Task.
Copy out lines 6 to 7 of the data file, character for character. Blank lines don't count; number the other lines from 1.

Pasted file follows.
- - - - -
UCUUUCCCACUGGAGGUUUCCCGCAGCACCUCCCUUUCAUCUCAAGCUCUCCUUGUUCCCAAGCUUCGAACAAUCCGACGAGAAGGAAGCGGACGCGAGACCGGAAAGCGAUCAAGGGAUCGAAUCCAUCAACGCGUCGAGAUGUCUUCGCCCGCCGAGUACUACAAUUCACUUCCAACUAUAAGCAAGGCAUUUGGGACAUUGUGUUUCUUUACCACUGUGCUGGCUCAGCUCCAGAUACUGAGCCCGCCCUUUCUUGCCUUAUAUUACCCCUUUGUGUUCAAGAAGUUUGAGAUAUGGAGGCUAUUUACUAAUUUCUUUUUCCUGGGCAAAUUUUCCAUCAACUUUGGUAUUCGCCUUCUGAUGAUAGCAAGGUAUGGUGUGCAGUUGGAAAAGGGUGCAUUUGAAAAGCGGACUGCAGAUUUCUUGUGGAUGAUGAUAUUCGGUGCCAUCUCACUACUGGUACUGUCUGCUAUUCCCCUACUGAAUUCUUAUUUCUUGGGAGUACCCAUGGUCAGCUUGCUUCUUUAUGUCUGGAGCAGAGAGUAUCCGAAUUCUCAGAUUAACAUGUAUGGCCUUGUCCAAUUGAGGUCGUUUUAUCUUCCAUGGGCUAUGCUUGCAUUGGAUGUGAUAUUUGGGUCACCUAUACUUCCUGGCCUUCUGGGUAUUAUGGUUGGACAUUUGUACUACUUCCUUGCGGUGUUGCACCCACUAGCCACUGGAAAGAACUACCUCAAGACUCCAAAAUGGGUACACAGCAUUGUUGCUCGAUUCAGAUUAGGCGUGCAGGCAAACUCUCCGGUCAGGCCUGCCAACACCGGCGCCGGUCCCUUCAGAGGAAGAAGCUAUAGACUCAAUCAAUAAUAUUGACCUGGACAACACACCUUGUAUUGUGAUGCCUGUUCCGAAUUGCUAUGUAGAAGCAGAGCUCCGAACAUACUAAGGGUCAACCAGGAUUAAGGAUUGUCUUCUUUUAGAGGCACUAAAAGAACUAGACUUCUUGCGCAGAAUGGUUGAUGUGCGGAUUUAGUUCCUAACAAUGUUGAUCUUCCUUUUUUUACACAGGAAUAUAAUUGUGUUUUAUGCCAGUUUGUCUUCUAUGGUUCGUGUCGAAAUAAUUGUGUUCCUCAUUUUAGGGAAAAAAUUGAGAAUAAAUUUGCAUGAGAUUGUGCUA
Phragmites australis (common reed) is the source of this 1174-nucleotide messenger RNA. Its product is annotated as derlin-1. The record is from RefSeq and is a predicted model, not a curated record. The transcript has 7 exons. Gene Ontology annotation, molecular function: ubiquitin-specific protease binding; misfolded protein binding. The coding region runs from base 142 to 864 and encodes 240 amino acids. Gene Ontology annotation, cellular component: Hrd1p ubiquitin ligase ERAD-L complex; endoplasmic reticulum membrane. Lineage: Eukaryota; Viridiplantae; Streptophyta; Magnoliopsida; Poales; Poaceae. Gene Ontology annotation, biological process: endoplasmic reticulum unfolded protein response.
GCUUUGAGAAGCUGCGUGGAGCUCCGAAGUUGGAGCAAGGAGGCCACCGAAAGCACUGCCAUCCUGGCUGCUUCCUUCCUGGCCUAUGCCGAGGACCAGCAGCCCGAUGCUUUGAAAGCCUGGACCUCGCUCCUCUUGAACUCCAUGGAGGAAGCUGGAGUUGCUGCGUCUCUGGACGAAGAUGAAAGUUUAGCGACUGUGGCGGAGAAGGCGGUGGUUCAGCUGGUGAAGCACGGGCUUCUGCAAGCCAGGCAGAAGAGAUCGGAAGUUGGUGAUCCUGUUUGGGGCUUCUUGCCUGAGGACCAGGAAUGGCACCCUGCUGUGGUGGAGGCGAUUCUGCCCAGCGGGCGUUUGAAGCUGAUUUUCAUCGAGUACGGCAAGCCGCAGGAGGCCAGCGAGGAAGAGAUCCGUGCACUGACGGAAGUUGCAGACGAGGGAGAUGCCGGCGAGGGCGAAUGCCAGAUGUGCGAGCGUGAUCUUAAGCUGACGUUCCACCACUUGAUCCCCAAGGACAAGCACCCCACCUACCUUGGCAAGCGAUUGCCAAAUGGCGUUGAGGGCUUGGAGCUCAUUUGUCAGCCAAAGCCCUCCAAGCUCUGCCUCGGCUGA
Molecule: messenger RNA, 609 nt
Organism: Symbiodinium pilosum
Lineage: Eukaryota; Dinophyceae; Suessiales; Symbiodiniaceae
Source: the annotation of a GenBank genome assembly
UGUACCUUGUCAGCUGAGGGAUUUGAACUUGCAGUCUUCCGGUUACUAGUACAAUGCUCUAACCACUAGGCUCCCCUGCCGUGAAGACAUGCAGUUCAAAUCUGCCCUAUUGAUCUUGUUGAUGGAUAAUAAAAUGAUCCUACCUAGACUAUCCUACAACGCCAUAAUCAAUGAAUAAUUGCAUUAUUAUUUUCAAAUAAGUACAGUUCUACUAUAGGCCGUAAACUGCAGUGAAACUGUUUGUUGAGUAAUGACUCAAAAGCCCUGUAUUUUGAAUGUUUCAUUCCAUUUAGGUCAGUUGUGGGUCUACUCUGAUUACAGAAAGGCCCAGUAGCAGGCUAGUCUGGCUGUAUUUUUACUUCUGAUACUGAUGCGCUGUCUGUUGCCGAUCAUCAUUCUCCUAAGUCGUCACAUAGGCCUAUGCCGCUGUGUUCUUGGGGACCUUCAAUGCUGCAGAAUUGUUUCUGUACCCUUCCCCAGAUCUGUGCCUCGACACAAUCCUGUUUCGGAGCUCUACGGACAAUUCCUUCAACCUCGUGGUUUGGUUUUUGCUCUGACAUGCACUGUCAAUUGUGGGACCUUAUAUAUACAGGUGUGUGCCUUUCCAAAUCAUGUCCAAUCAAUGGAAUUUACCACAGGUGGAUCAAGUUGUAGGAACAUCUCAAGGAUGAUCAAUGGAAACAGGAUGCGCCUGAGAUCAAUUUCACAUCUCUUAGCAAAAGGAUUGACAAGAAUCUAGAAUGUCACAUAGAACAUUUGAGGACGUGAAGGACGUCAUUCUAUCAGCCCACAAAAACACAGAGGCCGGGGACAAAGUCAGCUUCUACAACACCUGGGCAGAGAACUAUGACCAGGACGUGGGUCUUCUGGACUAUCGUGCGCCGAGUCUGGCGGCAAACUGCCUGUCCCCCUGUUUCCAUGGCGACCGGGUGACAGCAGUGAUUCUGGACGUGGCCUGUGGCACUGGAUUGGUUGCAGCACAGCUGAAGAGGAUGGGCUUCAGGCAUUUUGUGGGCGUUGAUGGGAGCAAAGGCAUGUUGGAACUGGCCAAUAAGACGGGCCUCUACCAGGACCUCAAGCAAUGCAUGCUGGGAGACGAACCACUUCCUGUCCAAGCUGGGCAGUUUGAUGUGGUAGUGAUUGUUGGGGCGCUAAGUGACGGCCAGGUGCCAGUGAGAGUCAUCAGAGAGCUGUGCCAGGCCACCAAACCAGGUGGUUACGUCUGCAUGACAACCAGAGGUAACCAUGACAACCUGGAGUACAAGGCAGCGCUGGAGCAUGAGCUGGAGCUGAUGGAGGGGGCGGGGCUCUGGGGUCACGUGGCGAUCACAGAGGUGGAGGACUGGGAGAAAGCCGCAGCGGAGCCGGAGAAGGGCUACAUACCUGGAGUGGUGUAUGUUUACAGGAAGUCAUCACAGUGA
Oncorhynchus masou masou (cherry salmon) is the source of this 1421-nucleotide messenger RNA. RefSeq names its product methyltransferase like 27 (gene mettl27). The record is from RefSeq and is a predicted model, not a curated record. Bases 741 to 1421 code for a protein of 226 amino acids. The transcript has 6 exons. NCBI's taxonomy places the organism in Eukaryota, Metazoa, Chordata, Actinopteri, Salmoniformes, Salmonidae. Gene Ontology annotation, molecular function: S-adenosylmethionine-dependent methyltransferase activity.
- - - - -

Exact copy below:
Lineage: Eukaryota; Dinophyceae; Suessiales; Symbiodiniaceae
Source: the annotation of a GenBank genome assembly